Peter Relan’s Studio 9+ startup accelerator has revealed its latest company, Awear, which is making software for wearable computing applications.
Above: Awear can deliver the information that you need when you need it on a wearable device like a Pebble smartwatch.
Image Credit: Awear
Awear can deliver the information you need when you need it on a wearable device like a Pebble smartwatch. The San Francisco startup is creating a developer platform and a user app that makes wearable computers, such as smartwatches, more context aware so they deliver the right information at the right time, Relan told VentureBeat in an interview.
The startup was founded by Jakob Wilkenson, the founding engineering lead and first employee at OpenFeint, which was started by Relan’s earlier incubator, YouWeb. After Japan’s mobile social gaming firm Gree acquired OpenFeint in 2011, Wilkenson stayed with Gree for two years before joining Studio 9+ and founding Awear. OpenFeint, a mobile social game platform, had more than 20,000 developers using it.
The Awear platform will have a multi-tier architecture where it makes the right information appear on a smart device and then taps software and data in the cloud. It will enable numerous apps to run on new wearable devices.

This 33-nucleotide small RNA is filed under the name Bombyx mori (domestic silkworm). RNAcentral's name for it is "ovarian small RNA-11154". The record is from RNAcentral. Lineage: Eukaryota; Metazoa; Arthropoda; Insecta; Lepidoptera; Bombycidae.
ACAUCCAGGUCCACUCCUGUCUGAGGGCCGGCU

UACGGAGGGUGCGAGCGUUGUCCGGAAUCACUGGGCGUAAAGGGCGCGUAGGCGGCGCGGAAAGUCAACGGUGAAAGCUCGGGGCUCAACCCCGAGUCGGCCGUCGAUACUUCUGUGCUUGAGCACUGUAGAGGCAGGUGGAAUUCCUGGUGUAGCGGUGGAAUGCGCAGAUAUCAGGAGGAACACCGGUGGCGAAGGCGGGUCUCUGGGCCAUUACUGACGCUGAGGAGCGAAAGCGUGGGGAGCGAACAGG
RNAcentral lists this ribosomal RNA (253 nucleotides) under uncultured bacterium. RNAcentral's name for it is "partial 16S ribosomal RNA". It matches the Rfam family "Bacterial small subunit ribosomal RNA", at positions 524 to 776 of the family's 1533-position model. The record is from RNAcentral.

“There will be a single sign-on experience for a consumer,” Wilkenson said. “You can view things like an Uber app that tells you when your Uber car is coming.”
He added, “Wearables are going to be huge. The applications on them have a lot of potential. We want to have applications that constantly add value to the user.”
“You get quick access, so you don’t have to whip out your smartphone so much,” Relan said.
Google is doing similar things with its Google Now software, which pushes information to you at the right time so you can be on time for your Google Calendar appointments. Awear says the delivery of the information has to happen on-demand, and the platform must predict what the user will need next.
Above: Jakob Wilkenson of Awear
Image Credit: Awear
“There are very few people in the world who know how to build developer ecosystems. Jakob has done it,” Relan said.
Wilkenson said the consumer app and developer platform will be available early next year.
He said the wearable market today reminds him of the smartphone market before 2007, when the Apple iPhone created a whole wave of innovation.
“By adding context awareness to all wearable devices, we are going to unlock their power and open a new wave of opportunities for consumers and developers alike,” Wilkenson said.